By Br. Steve Herro, O. Praem.
My father died on December 6, 2016, just four days shy of his 87th birthday. That week also brought the passing of other friends’ parents. All four had lived well into their 80s and were strong influences on the Christian formation of all of us.
December also brought increased awareness of the plight of many refugees and inhabitants of Syrian war zones. Indeed, it seems the plight of refugee children and young inhabitants of war zones always garners extra attention within the many social concerns that we face. I also found myself dwelling on the life of St. Joseph less than two weeks after Dad died; the Gospel for Sunday, December 18, the Fourth Sunday of Advent, was the story of Joseph agreeing to take Mary into his home, even when he could have had her stoned or divorced himself from her quietly.
I never had deep conversations with my dad about the plight of Syrian children, though his own parents fled that community as teens for greater economic opportunities roughly 100 years ago. By example, Dad prioritized the physical needs of his children and wife. He chose a career that provided greater financial stability for his family, even if the profession was not his favorite pastime. Warm clothes, balanced meals, moral and financial support for a good education … these were important to him for his children and wife. And these “basic life necessities” are part of what is missing from the lives of many Syrian children today. In a way, Dad was as humble of a “Father Protector” as St. Joseph was to the Blessed Mother—before and after their marriage—and to Jesus.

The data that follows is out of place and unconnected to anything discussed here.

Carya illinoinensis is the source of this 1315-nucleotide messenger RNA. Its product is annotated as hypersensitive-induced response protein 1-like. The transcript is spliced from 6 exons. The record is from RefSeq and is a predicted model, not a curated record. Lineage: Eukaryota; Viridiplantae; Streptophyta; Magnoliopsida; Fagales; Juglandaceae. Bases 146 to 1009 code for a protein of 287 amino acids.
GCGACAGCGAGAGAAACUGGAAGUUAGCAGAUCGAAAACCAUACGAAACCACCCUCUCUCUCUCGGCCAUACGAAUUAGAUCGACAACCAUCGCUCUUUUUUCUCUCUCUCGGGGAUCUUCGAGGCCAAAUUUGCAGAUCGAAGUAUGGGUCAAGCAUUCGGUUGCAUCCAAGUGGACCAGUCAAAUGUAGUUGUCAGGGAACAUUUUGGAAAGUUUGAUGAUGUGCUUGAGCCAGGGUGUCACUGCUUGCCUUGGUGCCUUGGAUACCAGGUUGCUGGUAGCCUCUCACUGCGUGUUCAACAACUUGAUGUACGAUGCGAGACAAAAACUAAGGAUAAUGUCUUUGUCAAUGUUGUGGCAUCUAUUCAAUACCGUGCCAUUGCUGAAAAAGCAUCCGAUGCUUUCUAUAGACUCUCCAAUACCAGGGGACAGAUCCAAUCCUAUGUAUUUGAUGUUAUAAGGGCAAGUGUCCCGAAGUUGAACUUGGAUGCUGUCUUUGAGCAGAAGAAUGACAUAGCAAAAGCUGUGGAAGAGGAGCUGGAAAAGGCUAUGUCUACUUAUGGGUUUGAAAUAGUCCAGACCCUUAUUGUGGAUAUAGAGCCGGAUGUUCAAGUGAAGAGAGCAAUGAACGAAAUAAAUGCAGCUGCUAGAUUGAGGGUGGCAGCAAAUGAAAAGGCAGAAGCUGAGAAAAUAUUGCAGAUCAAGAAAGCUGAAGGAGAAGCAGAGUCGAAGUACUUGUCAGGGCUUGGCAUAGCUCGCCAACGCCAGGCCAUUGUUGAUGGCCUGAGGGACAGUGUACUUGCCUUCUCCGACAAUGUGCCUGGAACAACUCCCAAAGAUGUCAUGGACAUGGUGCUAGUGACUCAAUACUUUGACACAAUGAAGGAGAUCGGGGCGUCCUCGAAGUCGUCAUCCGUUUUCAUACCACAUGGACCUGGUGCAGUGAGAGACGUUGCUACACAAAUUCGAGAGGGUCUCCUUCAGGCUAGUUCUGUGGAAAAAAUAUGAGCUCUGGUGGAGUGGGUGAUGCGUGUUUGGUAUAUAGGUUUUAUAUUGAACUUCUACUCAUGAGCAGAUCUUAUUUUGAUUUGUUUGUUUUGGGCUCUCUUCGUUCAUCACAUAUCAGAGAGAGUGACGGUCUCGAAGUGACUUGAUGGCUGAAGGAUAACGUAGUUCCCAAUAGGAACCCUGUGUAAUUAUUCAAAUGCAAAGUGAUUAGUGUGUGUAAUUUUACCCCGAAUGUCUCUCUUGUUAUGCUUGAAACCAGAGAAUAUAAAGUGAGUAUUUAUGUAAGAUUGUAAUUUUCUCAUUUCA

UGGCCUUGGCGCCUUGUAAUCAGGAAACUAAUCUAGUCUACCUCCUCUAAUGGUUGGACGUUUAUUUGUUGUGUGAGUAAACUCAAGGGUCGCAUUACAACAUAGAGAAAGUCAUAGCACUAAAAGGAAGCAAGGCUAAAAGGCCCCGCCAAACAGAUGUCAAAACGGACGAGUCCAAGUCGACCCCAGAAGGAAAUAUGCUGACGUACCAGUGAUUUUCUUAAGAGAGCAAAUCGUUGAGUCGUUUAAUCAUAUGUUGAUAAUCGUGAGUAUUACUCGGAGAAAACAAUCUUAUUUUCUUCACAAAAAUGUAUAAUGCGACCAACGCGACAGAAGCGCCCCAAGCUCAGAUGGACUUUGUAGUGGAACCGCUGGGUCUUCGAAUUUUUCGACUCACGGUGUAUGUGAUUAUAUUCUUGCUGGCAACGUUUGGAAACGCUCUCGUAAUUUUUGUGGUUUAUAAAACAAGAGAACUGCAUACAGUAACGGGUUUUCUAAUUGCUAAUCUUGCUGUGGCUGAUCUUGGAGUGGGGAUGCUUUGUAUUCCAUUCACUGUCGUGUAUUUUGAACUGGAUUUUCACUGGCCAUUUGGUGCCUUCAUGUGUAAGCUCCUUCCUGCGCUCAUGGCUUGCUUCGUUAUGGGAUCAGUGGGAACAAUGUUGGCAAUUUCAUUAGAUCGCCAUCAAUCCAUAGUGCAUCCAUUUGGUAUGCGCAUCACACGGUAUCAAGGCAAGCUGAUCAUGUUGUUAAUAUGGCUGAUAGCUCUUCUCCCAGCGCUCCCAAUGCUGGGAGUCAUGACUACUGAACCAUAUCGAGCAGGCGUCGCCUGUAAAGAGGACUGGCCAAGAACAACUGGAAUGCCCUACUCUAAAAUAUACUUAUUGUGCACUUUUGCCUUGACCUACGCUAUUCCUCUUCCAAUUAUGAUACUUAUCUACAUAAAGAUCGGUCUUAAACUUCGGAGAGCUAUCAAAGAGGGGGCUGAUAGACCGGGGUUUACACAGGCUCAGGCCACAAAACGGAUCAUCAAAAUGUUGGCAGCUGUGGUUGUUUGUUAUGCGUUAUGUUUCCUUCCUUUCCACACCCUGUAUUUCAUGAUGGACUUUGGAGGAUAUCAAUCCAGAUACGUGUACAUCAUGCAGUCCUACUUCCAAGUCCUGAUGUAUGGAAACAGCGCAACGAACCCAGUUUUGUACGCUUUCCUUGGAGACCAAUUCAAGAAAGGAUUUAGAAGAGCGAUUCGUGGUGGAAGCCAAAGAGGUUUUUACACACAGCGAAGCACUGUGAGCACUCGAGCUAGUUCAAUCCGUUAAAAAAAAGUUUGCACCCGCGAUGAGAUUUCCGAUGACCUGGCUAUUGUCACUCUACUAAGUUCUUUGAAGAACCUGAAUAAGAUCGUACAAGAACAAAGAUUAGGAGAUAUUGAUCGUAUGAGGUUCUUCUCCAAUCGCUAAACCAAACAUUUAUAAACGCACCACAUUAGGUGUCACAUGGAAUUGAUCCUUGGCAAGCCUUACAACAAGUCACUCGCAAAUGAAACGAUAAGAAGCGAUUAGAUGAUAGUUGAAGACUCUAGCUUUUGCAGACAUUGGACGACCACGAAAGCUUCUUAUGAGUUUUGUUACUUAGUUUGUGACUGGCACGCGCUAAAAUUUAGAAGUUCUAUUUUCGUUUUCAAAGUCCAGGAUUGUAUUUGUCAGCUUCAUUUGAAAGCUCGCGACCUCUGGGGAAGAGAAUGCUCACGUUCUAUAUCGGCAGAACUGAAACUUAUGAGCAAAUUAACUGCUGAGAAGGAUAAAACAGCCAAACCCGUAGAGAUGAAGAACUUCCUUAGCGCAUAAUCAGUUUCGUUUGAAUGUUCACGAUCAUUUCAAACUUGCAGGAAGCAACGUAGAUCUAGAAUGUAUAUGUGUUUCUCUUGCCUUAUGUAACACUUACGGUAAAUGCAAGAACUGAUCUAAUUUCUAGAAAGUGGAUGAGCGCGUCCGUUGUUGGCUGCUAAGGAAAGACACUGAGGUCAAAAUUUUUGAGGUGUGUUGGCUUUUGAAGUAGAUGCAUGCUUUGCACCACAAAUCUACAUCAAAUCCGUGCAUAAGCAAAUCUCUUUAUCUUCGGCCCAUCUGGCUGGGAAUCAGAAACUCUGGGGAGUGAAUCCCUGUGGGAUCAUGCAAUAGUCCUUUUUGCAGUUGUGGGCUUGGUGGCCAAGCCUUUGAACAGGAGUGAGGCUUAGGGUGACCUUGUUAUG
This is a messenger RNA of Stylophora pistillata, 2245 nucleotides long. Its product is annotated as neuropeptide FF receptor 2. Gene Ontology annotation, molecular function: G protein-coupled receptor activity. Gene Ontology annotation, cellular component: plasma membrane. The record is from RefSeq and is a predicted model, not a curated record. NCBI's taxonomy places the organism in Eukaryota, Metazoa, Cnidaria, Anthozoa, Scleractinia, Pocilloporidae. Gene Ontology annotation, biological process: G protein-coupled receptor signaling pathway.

A priest asked a few weeks ago how I might transfer Dad’s fatherly instincts to kids in need of a fatherly presence today. The image of the Syrian child continues to haunt me, whether refugee or trapped in a bombed community. Though not in a position to adopt or significantly financially support such a child, I do project Dad’s love and protection by praying for and advocating to our own government leaders on behalf of these “little ones.”